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Phil Sheridan: Time's yours, Andy Reid, to step up

It would be nice if Andy Reid had a few answers in his postgame press conference.

Eagles coach Andy Reid watches the Lions' game-winning kick in overtime on Sunday. (Clem Murray/Staff Photographer)
Eagles coach Andy Reid watches the Lions' game-winning kick in overtime on Sunday. (Clem Murray/Staff Photographer)Read more

It would be nice if Andy Reid had a few answers in his postgame press conference.

His boss, Eagles owner Jeff Lurie, reportedly wanted Reid to work on that part of his job description. But Lurie won't judge Reid on his latest petulant postgame performance. Reid's real problem will be his lack of answers on the field, not at the podium.

Three weeks in a row, an Eagles game ended with an opponent's field goal attempt sailing through the air. Two weeks in a row, it went through and the Eagles lost.

After Sunday's mind-searing loss against the Detroit Lions, the team is 3-3. That's 37.5 percent of the season gone and the Eagles are .500 - the benchmark Lurie said would mean the end of the Reid Epoch.

So Reid has a bye week, then 10 games to prove that his 11-11 record over the past two seasons is a mirage of some kind. Ten games to prove the steady regression since 2008 is just a fluke. Ten games to transform Michael Vick into a championship quarterback.

All of that would take some doing. We can probably forget about the part where Reid turns into Doug Collins when it's time to explain things after the game - especially losses. Lurie should commission Disney's Imagineers to build an animatronic Reid that mumbles, "We all have to do better" and "That's my responsibility" the way the fake Lincoln in the Hall of Presidents recites the Gettysburg Address.

This is not an inside-media issue, either. I don't care what he says. It is the fans who communicate their disgust at hearing the same boilerplate after every game. They do it through e-mail, through social media and through the Internet.

On Sunday, they communicated it through their listless demeanor during the game and their absence as the tedious contest wore on. Those are the issues that should get Lurie's attention.

But they pale compared to the real problem, which is the lack of answers on the field.

The Eagles offense has looked woefully unprepared the last couple weeks. That is about scheme and watching tape and practice. It shouldn't take until the end of the first half to put together a competent offensive drive.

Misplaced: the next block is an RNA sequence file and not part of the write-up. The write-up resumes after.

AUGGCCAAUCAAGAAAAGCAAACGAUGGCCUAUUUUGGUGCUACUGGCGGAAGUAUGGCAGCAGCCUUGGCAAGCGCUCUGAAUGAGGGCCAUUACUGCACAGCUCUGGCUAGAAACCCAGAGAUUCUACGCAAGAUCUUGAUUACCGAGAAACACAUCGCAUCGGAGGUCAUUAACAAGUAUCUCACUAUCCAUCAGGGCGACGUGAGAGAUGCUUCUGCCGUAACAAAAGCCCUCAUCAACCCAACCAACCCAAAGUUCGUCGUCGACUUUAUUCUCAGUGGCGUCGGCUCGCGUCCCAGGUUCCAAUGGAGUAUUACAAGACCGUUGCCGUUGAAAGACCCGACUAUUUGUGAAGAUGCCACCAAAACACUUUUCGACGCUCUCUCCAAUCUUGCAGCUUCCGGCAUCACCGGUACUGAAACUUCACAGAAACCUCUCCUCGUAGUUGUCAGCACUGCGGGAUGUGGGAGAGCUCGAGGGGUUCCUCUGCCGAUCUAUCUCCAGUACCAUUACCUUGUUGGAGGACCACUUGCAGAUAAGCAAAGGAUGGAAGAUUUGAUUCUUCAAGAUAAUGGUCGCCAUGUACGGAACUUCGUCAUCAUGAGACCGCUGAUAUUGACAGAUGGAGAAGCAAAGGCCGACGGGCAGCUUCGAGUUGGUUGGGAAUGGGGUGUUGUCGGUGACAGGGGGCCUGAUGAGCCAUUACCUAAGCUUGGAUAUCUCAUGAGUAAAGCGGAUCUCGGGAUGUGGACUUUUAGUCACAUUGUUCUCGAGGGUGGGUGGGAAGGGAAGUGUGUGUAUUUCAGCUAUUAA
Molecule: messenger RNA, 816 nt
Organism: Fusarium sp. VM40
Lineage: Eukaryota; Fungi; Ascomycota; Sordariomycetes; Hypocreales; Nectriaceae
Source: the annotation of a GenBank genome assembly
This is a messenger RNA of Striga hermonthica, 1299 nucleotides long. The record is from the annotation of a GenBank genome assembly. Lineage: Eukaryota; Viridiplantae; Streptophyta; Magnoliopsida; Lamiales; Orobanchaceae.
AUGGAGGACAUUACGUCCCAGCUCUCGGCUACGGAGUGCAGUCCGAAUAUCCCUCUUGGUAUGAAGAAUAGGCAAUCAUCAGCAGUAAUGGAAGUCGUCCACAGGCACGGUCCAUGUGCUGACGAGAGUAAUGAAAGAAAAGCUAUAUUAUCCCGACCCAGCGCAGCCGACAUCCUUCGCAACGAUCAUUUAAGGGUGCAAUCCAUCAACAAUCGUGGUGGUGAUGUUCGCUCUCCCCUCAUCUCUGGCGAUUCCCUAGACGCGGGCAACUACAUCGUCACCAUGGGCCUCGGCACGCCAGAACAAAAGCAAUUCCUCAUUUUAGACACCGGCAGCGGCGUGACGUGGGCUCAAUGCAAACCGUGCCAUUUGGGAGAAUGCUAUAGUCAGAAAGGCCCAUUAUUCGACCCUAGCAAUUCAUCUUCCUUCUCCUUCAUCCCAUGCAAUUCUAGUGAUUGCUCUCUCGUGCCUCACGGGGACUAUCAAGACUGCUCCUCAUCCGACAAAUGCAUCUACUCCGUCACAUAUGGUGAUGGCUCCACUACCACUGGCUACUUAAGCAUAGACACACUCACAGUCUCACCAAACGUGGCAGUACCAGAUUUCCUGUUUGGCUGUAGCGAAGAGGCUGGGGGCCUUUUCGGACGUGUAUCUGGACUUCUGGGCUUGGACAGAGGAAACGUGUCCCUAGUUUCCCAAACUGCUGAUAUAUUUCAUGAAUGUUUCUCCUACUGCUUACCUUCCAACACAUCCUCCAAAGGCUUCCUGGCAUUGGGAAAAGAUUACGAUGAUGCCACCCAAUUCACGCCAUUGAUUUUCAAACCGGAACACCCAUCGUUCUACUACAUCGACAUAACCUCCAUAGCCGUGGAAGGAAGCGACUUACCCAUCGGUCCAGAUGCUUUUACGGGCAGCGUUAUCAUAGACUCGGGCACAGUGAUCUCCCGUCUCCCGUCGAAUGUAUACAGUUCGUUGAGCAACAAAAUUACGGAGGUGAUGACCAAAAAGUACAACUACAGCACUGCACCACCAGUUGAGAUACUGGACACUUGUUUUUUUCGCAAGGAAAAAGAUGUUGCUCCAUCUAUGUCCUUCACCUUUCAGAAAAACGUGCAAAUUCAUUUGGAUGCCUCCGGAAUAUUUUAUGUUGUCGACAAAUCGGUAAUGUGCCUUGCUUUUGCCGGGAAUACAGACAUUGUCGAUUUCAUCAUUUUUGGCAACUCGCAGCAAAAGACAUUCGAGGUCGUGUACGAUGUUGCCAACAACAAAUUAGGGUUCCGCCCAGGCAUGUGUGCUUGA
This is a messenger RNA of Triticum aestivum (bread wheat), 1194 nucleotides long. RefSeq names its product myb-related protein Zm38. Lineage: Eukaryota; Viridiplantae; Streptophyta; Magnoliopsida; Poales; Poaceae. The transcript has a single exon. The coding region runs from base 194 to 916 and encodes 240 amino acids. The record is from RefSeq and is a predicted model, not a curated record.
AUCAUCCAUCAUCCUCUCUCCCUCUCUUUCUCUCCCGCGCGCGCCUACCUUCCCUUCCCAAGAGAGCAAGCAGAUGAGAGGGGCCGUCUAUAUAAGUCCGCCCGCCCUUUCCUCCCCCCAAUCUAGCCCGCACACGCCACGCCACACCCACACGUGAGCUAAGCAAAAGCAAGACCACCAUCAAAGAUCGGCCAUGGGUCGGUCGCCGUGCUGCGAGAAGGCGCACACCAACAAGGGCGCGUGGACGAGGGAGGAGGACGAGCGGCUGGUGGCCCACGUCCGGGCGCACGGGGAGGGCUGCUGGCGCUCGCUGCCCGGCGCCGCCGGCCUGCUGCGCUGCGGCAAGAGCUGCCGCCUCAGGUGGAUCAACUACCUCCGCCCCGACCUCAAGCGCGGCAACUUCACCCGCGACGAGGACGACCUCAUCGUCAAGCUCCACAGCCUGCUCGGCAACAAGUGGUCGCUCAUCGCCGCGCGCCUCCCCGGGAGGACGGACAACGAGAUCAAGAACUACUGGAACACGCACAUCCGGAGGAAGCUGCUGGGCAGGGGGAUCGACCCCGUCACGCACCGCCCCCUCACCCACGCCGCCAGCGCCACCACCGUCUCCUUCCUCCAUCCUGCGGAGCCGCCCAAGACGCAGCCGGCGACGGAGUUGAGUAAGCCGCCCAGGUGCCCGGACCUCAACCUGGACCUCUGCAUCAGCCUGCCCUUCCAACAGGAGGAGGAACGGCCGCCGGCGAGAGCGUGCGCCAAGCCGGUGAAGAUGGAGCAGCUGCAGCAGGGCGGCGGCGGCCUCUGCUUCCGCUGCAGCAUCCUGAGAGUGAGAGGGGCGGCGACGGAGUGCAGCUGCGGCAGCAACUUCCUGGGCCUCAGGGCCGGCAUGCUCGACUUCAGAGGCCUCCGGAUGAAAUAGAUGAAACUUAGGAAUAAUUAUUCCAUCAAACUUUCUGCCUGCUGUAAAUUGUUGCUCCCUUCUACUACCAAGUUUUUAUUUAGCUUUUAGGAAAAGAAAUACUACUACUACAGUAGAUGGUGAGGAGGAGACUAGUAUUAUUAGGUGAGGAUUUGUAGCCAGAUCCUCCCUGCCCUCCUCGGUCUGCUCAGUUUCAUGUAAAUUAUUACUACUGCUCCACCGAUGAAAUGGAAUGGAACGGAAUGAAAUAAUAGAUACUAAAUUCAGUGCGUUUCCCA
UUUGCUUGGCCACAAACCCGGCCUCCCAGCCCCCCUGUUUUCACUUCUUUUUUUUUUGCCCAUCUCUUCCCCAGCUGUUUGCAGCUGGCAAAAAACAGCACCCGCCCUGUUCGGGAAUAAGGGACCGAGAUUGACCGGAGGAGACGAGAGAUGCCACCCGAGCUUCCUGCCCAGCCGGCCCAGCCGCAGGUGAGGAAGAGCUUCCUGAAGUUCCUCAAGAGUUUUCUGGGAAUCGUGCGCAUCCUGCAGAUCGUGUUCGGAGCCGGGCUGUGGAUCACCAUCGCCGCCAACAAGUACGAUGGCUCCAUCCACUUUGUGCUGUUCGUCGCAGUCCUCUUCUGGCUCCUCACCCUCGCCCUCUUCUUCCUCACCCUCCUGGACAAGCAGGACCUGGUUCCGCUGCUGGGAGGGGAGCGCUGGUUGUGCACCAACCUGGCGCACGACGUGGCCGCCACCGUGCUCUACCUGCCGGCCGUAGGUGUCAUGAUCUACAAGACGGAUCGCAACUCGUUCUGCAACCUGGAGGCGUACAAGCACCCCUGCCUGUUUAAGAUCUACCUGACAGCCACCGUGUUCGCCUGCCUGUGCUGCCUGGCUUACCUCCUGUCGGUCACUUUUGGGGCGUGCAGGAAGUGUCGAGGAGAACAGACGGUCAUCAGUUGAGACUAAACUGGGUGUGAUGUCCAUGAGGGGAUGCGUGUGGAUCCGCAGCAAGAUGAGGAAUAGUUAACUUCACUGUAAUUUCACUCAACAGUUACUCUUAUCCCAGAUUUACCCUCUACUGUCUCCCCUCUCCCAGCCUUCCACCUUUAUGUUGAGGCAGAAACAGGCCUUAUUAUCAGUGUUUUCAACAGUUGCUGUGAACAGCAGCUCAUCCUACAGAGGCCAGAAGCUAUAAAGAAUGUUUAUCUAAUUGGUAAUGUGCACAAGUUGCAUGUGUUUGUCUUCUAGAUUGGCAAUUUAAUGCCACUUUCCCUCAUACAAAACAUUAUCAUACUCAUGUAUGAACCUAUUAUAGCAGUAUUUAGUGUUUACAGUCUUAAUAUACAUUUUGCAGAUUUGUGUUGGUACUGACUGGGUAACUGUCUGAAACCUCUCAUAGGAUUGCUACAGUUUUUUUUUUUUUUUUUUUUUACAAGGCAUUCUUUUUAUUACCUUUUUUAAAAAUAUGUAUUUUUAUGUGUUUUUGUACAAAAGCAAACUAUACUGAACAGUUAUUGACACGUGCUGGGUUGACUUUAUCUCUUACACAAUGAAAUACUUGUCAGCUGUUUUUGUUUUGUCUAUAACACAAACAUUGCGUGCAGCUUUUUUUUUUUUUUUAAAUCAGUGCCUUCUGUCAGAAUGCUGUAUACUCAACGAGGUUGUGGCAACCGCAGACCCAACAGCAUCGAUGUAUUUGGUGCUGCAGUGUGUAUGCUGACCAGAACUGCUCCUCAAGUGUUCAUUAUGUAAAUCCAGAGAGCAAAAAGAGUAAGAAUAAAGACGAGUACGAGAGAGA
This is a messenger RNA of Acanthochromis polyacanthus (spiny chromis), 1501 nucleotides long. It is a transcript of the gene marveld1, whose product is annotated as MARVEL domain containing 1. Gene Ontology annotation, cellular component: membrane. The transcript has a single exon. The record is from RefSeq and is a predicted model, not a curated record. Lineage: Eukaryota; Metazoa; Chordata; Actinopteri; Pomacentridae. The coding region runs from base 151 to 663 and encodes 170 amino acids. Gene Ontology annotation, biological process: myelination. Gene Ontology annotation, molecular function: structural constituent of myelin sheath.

It was especially galling because Lions coach Jim Schwartz is one of the few people in the NFL that runs a defense similar to the Eagles' "wide-9" based approach. If Reid and coordinator Marty Mornhinweg can't figure out a way to attack their own defensive scheme, what exactly can they do?

"Both teams did the same thing," Reid said. "We both held people in to protect, but it looked like they got more pressure than what we did."

Translation: Reid's team couldn't stop the Lions pass rush, which battered Vick and dominated the overtime, while the Lions contained the Eagles pass rush. For the third game in a row, the Eagles' mouthy, mighty front four failed to get a single sack. For the third game in a row, the defense let an opponent drive for a game-winning field goal.

Two weeks ago, the Giants missed. The Steelers and Lions did not.

But the offense played its role in blowing this one. Vick threw two more interceptions, keeping his personal turnover machine running on all cylinders. After the Lions scored to make it 23-20 with 3:32 left in the fourth quarter, the Eagles went three-and-out, shaving just over a minute off the clock.

The Lions drove right down, had a couple of chances for a touchdown and then sent the game into overtime with a chip shot field goal. The Eagles won the toss, taking over at their own 25.

They came out throwing. Of course. The first sack dropped them back to the 18, the second all the way to the 4-yard line after Vick foolishly scrambled backward. On third down, Vick threw the ball away and the Eagles had to punt from the back of their end zone.

That is not how a great quarterback or a great offense or a great coaching staff operate in overtime.

"That's our shot," Vick said. "That's our opportunity and it changed the dynamics of the game. Those sort of games can't happen."

But they do, week after week and, now, season after season.

"I know our football team," Vick said, "I know how good we are."

That is the delusion that has defined the Eagles the last two years. From the owner to the head coach to the last guy in the locker room, they take it on faith that this is a great team. That .500 record just has to be some kind of mistake.

"At the end of the day," Vick said, "you can say whatever you want to say. The only thing that matters is winning and losing."

Precisely Reid's problem.